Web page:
Efficient and secure schemes for private function evaluation
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Bingöl, Muhammed Ali (2019) Efficient and secure schemes for private function evaluation. [Thesis]
Official URL: http://risc01.sabanciuniv.edu/record=b2057959 (Table of Contents)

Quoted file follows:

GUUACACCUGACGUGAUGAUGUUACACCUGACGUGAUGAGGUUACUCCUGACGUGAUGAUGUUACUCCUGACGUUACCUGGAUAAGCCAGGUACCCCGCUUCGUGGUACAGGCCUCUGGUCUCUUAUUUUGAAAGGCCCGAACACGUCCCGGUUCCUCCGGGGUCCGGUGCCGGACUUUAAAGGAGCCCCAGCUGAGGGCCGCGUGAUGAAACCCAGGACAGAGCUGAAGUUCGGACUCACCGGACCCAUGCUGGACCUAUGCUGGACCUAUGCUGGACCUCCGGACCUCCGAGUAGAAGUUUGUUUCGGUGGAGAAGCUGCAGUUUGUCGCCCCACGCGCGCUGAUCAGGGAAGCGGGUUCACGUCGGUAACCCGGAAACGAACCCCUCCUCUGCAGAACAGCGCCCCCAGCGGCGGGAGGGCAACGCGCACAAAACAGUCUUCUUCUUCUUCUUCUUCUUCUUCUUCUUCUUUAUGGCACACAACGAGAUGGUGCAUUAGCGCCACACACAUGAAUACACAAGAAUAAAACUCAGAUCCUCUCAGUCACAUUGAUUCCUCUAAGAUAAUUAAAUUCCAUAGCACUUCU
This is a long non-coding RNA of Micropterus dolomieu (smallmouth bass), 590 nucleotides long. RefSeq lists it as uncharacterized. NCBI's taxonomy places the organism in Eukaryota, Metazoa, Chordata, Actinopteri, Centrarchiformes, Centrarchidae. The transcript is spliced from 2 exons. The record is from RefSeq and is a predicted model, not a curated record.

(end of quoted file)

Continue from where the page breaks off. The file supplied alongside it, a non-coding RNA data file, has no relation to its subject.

Development of computing devices with the proliferation of the Internet has prompted enormous opportunities for cooperative computation. These computations could occur between trusted or partially trusted partners, or even between competitors. Secure multi-party computation (MPC) protocols allow two or more parties to collaborate and compute a public functionality using their private inputs without the need for a trusted third-party. However, the generic solutions for MPC are not adequate for some particular cases where the function itself is also sensitive and required to be kept private. Private function evaluation (PFE) is a special case of MPC, where the function to be computed is known by only one party. PFE is useful in several real-life applications where an algorithm or a function itself needs to remain secret for reasons such as protecting intellectual property or security classification level. Recently, designing efficient PFE protocols have been a challenging and attractive task for cryptography researchers. iv In this dissertation, we mainly focus on improving two-party private function evaluation (2PFE) schemes. Our primary goal is enhancing the state-of-the-art by designing secure and cost-efficient 2PFE protocols for both symmetric and asymmetric cryptography based solutions. In this respect, we first aim to improve 2PFE protocols based on (mostly) symmetric cryptographic primitives. We look back at the seminal PFE framework presented by Mohassel and Sadeghian at Eurocrypt'13. We show how to adapt and utilize the well-known half gates garbling technique (Zahur et al., Eurocrypt'15) to their constant round 2PFE scheme. Compared to their scheme, our resulting optimization significantly improves both underlying oblivious extended permutation (OEP) and secure 2-party computation (2PC) protocols, and yields a more than 40% reduction in overall communication cost. We next propose a novel and highly efficient 2PFE scheme based on the decisional Di e-Hellman (DDH) assumption. Our scheme consists of two protocols, one is utilized in the initial execution, and the other is in the subsequent runs. One of the novelties of our scheme over the state-of-the-art is that it results in a significant cost reduction when the same private function is evaluated more than once between the same or varying parties. To the best of our knowledge, this is the most efficient and the first 2PFE scheme that enjoys reusability feature. Our protocols achieve linear communication and computation complexities, and a constant number of rounds which is at most three (depending on the size of the inputs of the party that holds the function).
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